# Showing Functions are Measurable on Complete Measure Spaces

Let $(X,\mathcal A,\mu)$ be a complete measure space and $f: X\to \mathbb R$ is a measurable function. If $g: X\to \mathbb R$ is a function such that $Z:= \{x\in X\,| f(x) \not=g(x)\}$ has zero measure. Show that g is also measurable and give an example to show why $(X,\mathcal A,\mu)$ must be complete.

I am working on this problem but am having lots of difficulties.

Firstly we know that because $(X,\mathcal A,\mu)$ is a complete measure space then all subsets of $Z$ are also measurable.

I have tried two different approaches, the first was attempting to define $E :=\{x \in X\, | f(x) = g(x)\}$ for $E \subseteq Z$ and somehow relate this set E which we know is measurable to $g(x)$ but I do not believe this is the correct approach as we do not know anything about when $f(x) = g(x)$.

My second approach was that to suppose that $g(x)$ is not measurable and find a contradiction by using the following definition of a measurable function:

If $(X,\mathcal A)$ is a measurable space, a measurable function $h: X\to \mathbb R$ is a function $h$ such that $h^{-1}(\text{measurable }E \subseteq \mathbb R) \in \mathcal A$

From here I believe assuming that $g$ is not measurable and then trying to show the existence of such an $E \subseteq Z$ which $g$ is defined on.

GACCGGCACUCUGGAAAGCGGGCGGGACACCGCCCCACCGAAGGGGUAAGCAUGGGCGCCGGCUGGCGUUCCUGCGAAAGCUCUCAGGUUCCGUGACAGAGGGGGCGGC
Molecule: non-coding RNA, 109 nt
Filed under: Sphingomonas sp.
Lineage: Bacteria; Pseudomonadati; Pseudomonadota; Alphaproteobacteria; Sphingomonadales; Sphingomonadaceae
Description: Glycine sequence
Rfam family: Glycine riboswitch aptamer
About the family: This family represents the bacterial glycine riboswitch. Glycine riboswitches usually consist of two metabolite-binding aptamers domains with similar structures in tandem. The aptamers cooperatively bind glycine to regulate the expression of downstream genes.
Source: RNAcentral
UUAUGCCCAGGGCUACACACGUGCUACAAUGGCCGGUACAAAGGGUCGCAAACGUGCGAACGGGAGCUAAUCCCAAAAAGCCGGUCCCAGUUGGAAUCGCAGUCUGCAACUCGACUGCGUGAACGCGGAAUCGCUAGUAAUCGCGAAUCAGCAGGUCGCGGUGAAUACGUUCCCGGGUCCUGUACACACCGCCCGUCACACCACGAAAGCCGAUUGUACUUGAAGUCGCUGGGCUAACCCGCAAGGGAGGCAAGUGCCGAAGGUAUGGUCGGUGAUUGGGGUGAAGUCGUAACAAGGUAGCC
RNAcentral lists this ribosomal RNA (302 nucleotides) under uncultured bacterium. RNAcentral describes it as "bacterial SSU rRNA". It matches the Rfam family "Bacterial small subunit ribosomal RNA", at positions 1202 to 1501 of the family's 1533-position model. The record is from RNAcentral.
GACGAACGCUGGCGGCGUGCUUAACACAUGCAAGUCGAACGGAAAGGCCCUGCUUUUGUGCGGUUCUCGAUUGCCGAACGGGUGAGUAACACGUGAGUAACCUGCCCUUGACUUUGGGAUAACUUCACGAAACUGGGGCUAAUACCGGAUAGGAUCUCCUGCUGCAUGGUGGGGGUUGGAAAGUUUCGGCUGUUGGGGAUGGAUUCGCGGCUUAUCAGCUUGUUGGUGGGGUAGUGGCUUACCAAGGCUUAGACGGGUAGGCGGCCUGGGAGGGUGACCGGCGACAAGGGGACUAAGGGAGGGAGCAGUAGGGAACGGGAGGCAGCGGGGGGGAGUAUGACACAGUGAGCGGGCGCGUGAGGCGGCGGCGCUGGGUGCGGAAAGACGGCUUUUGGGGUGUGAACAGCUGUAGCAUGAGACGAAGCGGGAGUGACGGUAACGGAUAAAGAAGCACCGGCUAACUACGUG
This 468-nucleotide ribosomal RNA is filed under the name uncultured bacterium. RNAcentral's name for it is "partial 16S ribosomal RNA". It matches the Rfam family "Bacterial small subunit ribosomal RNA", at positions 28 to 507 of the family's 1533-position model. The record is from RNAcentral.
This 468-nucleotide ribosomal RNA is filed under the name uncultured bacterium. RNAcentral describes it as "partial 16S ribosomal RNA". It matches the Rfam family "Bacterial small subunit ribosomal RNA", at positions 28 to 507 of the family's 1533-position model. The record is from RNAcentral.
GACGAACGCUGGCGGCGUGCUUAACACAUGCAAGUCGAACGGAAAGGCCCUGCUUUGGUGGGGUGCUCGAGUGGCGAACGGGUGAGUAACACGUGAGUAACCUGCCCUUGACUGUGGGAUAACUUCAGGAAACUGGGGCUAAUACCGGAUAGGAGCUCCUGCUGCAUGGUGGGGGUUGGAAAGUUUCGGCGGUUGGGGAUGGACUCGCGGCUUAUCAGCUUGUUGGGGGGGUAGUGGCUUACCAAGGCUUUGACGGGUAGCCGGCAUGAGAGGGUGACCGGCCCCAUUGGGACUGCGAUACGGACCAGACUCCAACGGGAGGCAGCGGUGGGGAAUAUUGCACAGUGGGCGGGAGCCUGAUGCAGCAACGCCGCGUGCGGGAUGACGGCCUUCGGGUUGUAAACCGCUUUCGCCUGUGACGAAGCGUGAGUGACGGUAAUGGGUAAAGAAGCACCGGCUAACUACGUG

Thank you, any questions, comments or answers or improvements are greatly appreciated.

Since sets of the form $(-\infty,\alpha)$ generate the Borel $\sigma$-algebra on $\mathbb{R}$ it suffices to check that $\{g<\alpha\}$ is measurable for all $\alpha\in\mathbb{R}$.
We can write $$\{g<\alpha\}=\left(\{f<\alpha\}\cup\left(\{g<\alpha\}\setminus\{f<\alpha\}\right)\right)\setminus\left(\{f<\alpha\}\setminus\{g<\alpha\}\right)$$ Now note that $$\{g<\alpha\}\setminus\{f<\alpha\}\subseteq\{f\neq g\},\qquad \{f<\alpha\}\setminus\{g<\alpha\}\subseteq\{f\neq g\}.$$ By the completeness of $\mu$, these last two sets are measurable, and since $f$ is measurable $\{f<\alpha\}$ is measurable and so $\{g<\alpha\}$ is measurable as seen by the above partitioning.
• Yup, that is exactly why we only need to consider $\{g<\alpha\}$. Note that this was in no way necessary... If instead we considered any measurable set $E\subseteq\mathbb{R}$ then we can write $g^{-1}(E)=(f^{-1}(E)\cup(g^{-1}(E)\setminus f^{-1}(E)))\setminus (f^{-1}(E)\setminus g^{-1}(E))$ and the rest of the proof still goes through since $g^{-1}(E)\setminus f^{-1}(E)\subseteq\{f\neq g\}$, etc. – yousuf soliman Aug 20 '17 at 8:27